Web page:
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Diabetes. 2005 May;54(5):1528-33.

Reduced insulin and IGF-I signaling, not hyperglycemia, underlies the diabetes-associated depletion of interstitial cells of Cajal in the murine stomach.

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  • 1Department of Physiology and Cell Biology, University of Nevada, Reno School of Medicine, Anderson Bldg., Mail Stop 352, Reno, NV 89557, USA.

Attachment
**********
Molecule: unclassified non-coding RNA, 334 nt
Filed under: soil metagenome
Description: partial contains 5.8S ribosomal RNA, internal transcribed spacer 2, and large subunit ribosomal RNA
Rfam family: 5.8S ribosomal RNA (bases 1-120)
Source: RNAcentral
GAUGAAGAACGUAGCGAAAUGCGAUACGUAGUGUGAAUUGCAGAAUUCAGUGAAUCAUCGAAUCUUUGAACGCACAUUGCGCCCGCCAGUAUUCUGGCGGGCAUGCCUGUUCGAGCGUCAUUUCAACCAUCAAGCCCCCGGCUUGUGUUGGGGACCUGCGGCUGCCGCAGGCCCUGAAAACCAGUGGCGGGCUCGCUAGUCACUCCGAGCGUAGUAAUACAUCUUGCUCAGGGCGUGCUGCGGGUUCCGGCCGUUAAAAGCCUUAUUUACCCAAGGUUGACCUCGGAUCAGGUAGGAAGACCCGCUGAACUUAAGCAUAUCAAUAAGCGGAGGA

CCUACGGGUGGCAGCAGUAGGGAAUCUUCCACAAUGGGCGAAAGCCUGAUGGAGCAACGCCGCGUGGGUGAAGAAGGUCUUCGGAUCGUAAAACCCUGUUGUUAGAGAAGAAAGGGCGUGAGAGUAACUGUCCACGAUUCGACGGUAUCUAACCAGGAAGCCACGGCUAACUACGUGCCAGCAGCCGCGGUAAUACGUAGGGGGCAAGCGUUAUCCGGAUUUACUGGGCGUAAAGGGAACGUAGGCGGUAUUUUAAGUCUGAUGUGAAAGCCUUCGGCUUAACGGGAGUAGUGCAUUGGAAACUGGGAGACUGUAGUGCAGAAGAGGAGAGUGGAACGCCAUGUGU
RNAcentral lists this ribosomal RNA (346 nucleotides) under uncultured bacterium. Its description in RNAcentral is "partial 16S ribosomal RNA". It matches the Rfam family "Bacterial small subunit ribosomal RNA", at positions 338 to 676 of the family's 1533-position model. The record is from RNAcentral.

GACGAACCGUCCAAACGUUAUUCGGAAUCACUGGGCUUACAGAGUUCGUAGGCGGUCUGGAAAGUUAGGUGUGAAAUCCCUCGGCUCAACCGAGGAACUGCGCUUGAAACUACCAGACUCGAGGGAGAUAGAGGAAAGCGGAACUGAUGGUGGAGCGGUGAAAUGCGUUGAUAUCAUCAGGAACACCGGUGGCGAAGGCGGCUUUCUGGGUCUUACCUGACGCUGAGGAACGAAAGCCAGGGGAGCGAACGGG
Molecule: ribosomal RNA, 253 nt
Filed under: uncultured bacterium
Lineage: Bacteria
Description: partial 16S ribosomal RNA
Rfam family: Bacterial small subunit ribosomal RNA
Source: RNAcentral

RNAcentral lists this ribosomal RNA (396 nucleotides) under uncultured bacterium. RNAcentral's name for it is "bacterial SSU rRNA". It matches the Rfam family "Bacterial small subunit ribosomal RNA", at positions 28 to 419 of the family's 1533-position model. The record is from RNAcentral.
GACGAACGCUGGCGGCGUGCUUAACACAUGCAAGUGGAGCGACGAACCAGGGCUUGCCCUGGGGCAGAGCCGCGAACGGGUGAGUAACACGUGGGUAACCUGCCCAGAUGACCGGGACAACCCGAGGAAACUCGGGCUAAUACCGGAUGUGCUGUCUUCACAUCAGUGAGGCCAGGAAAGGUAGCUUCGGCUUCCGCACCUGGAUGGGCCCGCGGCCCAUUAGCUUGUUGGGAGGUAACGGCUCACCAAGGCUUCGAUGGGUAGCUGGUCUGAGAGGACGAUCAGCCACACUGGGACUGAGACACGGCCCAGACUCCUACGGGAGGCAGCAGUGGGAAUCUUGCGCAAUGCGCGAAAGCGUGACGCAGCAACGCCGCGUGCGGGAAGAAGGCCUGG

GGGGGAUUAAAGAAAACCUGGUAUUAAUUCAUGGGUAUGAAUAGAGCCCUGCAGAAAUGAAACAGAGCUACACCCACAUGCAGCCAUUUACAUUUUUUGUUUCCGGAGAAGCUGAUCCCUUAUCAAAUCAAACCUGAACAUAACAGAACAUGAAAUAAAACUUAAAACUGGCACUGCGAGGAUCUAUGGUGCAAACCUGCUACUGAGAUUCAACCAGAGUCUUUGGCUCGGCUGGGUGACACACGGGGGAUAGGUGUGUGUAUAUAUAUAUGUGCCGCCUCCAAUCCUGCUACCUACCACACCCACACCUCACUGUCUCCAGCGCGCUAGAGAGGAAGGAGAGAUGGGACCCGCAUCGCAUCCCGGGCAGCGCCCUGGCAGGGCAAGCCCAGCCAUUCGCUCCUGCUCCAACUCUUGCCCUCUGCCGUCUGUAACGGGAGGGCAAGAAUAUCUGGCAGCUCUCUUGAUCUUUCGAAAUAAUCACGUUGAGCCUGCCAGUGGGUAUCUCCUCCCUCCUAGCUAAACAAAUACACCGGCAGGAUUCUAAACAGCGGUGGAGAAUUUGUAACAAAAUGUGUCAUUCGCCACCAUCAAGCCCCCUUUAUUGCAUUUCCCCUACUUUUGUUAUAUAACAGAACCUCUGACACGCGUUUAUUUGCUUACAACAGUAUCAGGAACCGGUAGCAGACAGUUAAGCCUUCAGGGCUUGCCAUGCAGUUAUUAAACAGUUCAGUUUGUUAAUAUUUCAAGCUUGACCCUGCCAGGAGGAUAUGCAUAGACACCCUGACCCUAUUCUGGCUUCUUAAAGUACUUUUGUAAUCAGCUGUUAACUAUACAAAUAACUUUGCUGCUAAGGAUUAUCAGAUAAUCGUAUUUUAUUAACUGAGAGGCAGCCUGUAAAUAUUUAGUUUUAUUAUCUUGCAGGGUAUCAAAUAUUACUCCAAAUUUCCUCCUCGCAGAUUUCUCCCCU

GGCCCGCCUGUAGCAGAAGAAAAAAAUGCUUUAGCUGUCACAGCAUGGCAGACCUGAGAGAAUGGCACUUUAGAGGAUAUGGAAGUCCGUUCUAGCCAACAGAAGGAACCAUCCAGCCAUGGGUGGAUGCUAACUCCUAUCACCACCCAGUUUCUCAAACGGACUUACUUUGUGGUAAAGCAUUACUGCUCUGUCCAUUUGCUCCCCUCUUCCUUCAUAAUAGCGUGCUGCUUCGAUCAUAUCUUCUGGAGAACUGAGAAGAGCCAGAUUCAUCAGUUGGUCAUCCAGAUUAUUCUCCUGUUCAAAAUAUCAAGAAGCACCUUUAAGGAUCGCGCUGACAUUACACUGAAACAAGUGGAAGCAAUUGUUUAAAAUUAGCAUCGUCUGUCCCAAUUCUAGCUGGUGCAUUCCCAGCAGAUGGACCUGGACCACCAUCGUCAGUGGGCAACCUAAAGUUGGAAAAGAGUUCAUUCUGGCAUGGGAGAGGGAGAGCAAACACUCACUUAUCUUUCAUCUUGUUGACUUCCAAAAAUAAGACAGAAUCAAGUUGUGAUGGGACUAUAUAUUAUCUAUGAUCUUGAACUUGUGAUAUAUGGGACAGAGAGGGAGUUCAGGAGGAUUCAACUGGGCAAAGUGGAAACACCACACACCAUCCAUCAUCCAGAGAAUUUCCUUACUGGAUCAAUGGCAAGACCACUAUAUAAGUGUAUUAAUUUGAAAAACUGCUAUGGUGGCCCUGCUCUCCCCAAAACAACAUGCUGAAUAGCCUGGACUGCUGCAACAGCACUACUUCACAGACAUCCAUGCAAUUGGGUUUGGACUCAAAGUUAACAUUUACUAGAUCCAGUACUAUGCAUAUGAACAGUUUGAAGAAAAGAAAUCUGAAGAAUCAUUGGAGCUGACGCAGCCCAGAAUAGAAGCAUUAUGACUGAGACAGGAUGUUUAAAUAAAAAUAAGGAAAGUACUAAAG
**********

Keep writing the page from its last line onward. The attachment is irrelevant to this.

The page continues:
Damage to interstitial cells of Cajal (ICC), pacemakers, and mediators of neuromuscular neurotransmission in the gastrointestinal tract contributes to the pathogenesis of diabetic gastroenteropathy in both patients and animal models. ICC depletion in diabetes may result from chronic hyperglycemia or lost/ineffective insulin signaling. Because independent control of insulin and glucose concentrations is difficult in chronic in vivo studies, we used long-term organotypic cultures to address this problem. Murine gastric muscles were cultured in normoglycemic or hyperglycemic basal media with or without insulin or IGF-I for 1-3 months, the time required for gastroparesis and ICC damage to develop in diabetic mice. ICC were assessed by c-Kit immunohistochemistry and quantitative analysis of c-kit expression. Electrical pacemaking was studied by intracellular recording of slow waves. ICC survived for at least 34 days in unsupplemented normoglycemic media, but their networks, c-kit expression, and slow waves were profoundly reduced after 68 days. These changes could be entirely prevented by insulin or IGF-I supplementation. ICC networks were completely resistant to hyperglycemia for at least 72 days. Thus, hyperglycemia is unlikely to be responsible for the diabetes-associated depletion of ICC. In contrast, maintenance of ICC requires insulin or IGF-I, which are reduced or ineffective in diabetes.

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